Nearly 100 refugees from various African countries are being detained in Zimbabwe as part of an ongoing police blitz in illegal housing, a newspaper reported on Tuesday.
Ninety-four people from Burundi, the Democratic Republic of Congo, Eritrea, Mozambique and Rwanda handed themselves over to immigration officials after shack homes they had been living in were demolished in Harare, reported the state-controlled Herald.
Last month, police began demolishing shack houses throughout the country as part of a controversial "clean-up" campaign called "Operation Restore Order" to clamp down on crime and spruce up the image of Zimbabwe's towns and cities. At least 200 000 people are estimated to have been made homeless.
A senior immigration official told the Herald that 94 refugees had escaped from a camp in Chipinge, south-eastern Zimbabwe, some years ago and had been living in Harare's poor suburb of Mbare, where police have demolished thousands of shacks in recent weeks.
"Our investigations showed that the refugees sneaked out of Tongogara Refugee Camp in Chipinge several years ago and most of them were now living in Mbare with their families," said the official, Elasto Mugwadi. He said they would be sent back to the camp.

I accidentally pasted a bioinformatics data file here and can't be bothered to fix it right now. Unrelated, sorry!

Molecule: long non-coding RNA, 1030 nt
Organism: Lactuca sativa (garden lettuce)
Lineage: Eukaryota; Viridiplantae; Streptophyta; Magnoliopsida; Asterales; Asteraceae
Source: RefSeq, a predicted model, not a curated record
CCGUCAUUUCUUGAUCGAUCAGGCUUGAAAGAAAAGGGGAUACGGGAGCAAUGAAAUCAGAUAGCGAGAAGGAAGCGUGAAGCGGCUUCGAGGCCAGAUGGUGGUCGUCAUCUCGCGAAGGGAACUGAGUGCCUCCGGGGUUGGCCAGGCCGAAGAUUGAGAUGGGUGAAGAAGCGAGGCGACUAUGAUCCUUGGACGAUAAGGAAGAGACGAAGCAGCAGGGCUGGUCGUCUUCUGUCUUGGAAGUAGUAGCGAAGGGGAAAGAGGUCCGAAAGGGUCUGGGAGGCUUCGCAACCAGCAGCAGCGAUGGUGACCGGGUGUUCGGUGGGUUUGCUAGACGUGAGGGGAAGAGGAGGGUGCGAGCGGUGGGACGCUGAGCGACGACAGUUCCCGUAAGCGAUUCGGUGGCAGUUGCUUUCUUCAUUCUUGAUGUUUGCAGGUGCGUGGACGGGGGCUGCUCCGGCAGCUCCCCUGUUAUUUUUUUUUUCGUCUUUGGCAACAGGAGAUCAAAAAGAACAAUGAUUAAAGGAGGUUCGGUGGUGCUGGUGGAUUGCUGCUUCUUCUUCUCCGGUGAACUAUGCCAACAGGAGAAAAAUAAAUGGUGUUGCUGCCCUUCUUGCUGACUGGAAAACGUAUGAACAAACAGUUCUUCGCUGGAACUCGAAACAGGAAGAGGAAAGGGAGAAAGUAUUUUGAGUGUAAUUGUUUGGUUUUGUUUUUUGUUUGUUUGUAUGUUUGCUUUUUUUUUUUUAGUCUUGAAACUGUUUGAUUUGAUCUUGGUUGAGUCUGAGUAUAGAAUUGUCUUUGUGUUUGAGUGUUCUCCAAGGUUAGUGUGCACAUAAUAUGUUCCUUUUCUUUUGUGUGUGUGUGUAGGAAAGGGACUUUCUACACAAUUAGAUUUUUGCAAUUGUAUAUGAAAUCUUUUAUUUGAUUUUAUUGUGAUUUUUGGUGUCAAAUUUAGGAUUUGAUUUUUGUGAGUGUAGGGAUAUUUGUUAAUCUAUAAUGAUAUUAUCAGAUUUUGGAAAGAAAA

Other refugees are believed to be hiding in some of Harare's sprawling suburbs.
The operation, which has the backing of President Robert Mugabe, comes in the middle of the Southern African winter and has been condemned by the United States, the United Nations, the European Union, human rights groups and churches.
The opposition Movement for Democratic Change (MDC) says it is a blatant attack on its supporters, most of whom live in cities.
As a result of the ongoing blitz, bread queues have resurfaced in many parts of Harare after police destroyed makeshift shops, the Daily Mirror reported on Tuesday.
Many Zimbabweans living in low-income suburbs depended on tuck shops -- unofficial grocery stores -- for their bread supplies.
Residents of eastern suburbs like Mabvuku and Tafara are now having to queue for long hours outside established supermarkets for bread, a staple that is in short supply across the country because of a worsening wheat shortage.
"Tuck shops were really assisting us, said Mabvuku resident Tapiwa Chiwetu. In richer suburbs, shops are limiting bread sales to two loaves per customer.
The Daily Mirror said that some people who had lost their homes in Tafara suburb were sleeping out in the open.
Local doctors' group Zimbabwe Doctors for Human Rights says it believes as many as one million people may have been made homeless by the blitz. - Sapa